Currency wars

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Currency wars

Speaking in Tokyo, the former governor of the Bank of England, Mervyn King, said that he fears central banks may end up in currency wars as a way to devalue their currency and divert what global demand there is towards their products and services, which become cheaper with a weaker currency. Sir Mervyn believes that this could be resorted to as every major central bank has now run out of monetary policy arrows, with interest rates at or around zero and vast sums of money having been printed.

Sir King’s statement is obviously not true about the Swiss as they removed the cap over the value of Swiss Franc versus the Euro. The Swiss National Bank seeks to regain independence from another potential round of monetary easing by the ECB and that is why they provoked extreme volatility in the financial markets on January 15th.

One of the much-awaited events on this week’s schedule is the FOMC interest rate statement, as forex traders are eager to find out what the chances are of seeing Fed tightening sometime this year. The risks involved in the US economy might lead Fed officials to stick to their cautious stance in their upcoming policy decision. Their actual statement is still likely to contain the dovish “considerable time” phrase, which could be balanced out by slightly hawkish comments on being “patient” with potential adjustments. In this case, the U.S. dollar might still be able to stay strong against its forex counterparts, as most economies have been faring worse and other central banks have opted to ease monetary policy.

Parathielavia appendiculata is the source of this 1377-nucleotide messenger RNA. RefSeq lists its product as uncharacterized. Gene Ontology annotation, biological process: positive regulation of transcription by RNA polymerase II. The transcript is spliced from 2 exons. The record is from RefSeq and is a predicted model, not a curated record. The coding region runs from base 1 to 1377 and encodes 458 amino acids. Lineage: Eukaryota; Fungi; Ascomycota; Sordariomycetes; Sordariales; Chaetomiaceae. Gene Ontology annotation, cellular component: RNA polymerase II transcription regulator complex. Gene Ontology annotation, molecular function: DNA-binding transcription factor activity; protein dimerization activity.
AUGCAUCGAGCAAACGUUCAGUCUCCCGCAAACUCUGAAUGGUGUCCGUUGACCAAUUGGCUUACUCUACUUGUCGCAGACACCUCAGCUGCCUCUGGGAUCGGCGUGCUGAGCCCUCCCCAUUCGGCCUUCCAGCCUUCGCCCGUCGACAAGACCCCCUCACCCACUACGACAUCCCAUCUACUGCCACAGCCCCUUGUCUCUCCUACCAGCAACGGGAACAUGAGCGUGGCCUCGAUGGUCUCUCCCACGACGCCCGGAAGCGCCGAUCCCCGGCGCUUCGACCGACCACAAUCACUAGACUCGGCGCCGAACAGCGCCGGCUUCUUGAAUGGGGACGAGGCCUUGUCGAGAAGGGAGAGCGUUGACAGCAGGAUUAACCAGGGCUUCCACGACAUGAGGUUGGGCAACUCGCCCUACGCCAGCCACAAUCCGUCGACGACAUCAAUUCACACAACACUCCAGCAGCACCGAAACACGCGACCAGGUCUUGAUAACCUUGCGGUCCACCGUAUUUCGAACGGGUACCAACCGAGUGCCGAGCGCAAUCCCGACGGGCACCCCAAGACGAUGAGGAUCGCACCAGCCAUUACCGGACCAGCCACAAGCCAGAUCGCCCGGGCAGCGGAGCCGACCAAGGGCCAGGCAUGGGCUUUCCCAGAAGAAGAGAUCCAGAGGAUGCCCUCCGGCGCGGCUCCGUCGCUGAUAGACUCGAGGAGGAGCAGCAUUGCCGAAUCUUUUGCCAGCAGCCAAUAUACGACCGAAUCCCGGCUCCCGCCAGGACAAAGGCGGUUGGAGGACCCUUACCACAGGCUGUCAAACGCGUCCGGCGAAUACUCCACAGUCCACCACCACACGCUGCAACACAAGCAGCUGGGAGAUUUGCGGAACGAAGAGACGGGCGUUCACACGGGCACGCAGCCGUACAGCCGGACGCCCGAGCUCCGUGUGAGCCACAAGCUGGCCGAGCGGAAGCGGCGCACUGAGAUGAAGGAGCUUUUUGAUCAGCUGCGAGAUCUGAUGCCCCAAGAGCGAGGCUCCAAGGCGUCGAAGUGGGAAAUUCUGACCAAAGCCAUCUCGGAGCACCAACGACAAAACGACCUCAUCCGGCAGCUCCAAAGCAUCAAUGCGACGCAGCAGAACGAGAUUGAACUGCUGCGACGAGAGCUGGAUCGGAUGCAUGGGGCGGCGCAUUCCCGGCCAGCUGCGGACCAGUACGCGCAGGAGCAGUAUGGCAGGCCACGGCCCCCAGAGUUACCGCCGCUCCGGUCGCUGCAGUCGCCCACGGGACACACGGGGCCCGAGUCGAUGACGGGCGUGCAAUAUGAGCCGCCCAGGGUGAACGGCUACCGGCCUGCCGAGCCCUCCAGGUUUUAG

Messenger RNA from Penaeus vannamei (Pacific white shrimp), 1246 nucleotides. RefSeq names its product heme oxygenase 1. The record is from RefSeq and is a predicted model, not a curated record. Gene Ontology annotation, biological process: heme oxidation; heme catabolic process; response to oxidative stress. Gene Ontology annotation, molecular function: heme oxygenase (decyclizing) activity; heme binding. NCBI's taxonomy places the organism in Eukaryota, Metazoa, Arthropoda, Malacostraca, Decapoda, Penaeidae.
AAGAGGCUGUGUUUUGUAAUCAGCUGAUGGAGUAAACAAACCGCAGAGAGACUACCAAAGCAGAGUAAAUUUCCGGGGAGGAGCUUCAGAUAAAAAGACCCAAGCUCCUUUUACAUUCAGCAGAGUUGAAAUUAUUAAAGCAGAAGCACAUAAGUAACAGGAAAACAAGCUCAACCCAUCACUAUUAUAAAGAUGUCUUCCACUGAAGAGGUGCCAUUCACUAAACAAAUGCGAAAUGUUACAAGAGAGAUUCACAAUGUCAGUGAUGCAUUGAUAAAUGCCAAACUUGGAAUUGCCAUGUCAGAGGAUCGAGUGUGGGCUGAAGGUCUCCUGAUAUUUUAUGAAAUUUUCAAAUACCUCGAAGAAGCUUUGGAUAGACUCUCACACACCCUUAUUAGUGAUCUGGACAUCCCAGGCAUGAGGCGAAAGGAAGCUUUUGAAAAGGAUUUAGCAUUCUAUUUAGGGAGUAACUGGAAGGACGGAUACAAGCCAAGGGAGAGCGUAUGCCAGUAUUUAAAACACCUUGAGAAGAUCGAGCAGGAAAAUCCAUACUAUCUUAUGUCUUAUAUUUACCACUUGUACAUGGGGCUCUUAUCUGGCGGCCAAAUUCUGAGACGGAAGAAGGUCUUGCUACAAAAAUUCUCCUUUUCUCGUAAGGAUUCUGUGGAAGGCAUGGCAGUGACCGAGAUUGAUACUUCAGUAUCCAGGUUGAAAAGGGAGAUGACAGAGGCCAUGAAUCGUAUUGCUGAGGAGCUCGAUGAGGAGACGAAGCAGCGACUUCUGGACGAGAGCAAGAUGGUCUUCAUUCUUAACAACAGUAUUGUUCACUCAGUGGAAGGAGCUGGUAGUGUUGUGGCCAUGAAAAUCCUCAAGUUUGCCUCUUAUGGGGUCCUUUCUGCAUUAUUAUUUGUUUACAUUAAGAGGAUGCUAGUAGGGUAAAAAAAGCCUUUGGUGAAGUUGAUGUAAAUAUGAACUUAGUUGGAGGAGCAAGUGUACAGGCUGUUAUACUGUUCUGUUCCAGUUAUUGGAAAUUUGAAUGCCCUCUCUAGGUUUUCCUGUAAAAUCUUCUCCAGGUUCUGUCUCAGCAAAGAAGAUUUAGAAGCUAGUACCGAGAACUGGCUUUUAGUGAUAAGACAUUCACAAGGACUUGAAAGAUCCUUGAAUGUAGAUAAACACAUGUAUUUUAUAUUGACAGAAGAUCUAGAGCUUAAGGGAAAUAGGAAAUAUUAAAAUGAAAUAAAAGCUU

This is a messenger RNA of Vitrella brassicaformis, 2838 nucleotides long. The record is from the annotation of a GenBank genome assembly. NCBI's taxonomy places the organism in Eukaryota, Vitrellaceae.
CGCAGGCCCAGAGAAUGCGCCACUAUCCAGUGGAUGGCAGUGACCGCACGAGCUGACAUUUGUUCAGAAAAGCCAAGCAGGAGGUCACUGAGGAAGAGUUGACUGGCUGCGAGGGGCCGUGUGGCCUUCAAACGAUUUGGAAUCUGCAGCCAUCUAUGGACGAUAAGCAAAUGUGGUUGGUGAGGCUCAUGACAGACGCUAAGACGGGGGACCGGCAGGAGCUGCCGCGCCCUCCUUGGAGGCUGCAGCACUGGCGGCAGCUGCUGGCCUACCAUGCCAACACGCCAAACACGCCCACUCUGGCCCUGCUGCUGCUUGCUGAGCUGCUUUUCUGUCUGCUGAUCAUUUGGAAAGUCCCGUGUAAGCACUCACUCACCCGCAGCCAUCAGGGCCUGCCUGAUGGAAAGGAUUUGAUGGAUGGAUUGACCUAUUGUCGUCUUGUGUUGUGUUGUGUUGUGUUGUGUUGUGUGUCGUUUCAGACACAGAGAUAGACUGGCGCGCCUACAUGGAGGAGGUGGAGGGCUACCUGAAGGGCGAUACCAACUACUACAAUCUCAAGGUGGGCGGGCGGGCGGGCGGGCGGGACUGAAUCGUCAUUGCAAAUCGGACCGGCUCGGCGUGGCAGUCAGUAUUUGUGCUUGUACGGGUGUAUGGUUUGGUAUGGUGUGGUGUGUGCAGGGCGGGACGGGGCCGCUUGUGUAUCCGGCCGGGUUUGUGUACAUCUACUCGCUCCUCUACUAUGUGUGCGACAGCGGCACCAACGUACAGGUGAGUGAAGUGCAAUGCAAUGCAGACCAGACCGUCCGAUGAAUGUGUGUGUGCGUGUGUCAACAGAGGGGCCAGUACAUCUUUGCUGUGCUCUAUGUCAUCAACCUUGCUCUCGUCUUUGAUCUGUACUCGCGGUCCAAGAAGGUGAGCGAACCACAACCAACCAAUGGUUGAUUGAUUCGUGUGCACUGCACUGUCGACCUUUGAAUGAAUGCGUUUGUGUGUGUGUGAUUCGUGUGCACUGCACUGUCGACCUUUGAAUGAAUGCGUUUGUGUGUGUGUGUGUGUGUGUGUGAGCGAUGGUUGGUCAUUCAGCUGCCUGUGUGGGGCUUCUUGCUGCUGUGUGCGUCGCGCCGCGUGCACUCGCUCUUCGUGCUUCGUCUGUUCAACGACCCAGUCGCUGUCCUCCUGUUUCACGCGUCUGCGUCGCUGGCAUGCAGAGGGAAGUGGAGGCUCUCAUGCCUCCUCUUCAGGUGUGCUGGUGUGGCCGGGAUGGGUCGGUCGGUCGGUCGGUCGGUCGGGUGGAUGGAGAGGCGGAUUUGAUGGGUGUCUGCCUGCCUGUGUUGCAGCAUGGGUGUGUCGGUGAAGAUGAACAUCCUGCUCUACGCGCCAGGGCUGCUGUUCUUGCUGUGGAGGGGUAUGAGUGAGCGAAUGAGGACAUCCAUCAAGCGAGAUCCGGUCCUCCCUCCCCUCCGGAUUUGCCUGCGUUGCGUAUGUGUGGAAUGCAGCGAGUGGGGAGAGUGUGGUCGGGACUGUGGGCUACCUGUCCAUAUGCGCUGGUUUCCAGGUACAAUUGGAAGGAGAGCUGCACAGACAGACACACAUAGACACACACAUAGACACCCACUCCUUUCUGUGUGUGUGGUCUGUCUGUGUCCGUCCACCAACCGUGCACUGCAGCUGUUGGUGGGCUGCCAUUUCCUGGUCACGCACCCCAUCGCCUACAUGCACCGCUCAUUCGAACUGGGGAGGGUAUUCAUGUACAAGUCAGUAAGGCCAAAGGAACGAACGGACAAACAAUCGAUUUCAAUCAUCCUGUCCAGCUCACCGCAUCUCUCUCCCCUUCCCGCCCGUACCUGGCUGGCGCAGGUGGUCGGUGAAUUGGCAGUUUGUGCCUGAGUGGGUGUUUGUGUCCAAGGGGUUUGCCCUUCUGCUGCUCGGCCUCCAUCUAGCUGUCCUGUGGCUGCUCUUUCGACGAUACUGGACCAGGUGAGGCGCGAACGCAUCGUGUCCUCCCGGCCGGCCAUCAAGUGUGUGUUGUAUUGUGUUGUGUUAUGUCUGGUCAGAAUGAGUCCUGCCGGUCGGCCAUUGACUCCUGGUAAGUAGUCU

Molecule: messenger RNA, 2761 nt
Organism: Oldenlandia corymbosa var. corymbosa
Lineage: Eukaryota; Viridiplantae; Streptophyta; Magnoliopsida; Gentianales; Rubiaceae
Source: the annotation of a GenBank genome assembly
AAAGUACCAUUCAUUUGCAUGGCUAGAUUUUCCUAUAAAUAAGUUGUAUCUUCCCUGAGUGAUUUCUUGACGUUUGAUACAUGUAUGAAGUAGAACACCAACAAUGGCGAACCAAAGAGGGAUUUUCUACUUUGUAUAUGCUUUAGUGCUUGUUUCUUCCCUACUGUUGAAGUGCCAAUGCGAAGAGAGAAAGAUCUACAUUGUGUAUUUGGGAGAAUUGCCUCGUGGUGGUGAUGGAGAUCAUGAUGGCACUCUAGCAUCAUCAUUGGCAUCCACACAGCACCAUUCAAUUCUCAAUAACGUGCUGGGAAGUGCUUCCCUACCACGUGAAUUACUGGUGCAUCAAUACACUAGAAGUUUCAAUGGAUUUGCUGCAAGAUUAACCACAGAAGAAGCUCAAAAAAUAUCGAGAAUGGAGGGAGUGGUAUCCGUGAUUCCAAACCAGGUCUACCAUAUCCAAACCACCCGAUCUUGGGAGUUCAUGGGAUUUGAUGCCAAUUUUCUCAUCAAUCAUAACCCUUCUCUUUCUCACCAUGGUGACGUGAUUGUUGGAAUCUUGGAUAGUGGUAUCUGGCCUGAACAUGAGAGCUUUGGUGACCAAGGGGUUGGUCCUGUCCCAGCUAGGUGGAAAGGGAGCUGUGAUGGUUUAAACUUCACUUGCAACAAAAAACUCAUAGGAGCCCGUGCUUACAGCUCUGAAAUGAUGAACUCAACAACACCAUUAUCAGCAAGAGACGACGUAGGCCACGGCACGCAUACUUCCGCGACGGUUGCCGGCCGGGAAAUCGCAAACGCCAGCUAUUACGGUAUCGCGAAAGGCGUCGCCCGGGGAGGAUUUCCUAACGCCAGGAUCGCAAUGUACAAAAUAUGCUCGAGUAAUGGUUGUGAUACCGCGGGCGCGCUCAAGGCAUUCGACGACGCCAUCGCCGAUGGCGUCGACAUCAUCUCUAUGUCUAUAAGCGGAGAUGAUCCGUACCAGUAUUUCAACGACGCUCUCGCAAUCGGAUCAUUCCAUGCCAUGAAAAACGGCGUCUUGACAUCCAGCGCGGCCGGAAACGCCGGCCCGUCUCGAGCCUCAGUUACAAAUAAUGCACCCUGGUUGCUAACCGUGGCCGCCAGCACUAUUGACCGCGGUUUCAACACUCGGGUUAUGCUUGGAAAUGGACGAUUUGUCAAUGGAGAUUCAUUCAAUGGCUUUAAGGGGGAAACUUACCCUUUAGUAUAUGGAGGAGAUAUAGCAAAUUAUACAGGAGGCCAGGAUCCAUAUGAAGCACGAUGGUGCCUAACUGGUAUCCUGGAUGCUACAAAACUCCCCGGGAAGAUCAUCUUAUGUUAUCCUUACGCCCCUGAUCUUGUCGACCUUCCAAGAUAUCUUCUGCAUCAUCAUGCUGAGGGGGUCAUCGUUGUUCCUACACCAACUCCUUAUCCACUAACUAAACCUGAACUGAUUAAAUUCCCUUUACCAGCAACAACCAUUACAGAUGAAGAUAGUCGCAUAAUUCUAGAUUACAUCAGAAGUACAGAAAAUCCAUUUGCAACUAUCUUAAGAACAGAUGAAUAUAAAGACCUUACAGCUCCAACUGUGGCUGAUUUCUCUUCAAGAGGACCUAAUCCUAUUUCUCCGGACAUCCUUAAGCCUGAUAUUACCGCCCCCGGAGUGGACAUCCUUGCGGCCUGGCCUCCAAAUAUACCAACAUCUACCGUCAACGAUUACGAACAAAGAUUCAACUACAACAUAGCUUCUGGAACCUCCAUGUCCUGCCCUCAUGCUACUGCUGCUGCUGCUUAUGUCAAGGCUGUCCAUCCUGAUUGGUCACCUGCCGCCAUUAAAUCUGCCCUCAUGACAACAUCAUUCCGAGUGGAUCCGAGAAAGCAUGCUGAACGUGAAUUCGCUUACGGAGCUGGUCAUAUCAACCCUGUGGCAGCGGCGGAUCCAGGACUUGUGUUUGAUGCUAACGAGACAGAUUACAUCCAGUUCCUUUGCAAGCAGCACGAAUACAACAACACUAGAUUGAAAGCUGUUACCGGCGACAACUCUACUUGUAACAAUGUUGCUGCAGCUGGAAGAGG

Mr. British Pound Moves

In today’s London session, investors in the UK brushed off a worse than expected reading of fourth quarter GDP yesterday, despite some worrying signs in the data that the recovery is slowing down quite unevenly. Once again the services sector in the UK propped up the rest of the economy, which saw construction contract quite significantly and manufacturing stay pretty static. The headline number of 0.5% in Q4 meant in 2014 we grew by 2.6% overall.

However Mr. British Pound stayed out for most of the session as investors didn’t seem to be too concerned about that data. Later in the session he even benefitted from some worse than expected US data, as did the Euro, which also benefitted from the Swiss national bank reiterating that they were prepared to continue to intervene in the markets, despite lifting their currency cap.

In fact putting UK growth into consideration, and add improvements in the UK employment and  consumer spending, overall it seems that all is well for the UK so far. But it comes down to whether or not the economy can stay ahead of the other struggling countries and sustain recovery.

Even with falling inflation and GDP, spending and growth stayed resilient for now while hiring improvements suggest that further progress can be made.

Who do you think will be the winner of a potential currency war? Com’on over to our Facebook page and let us know.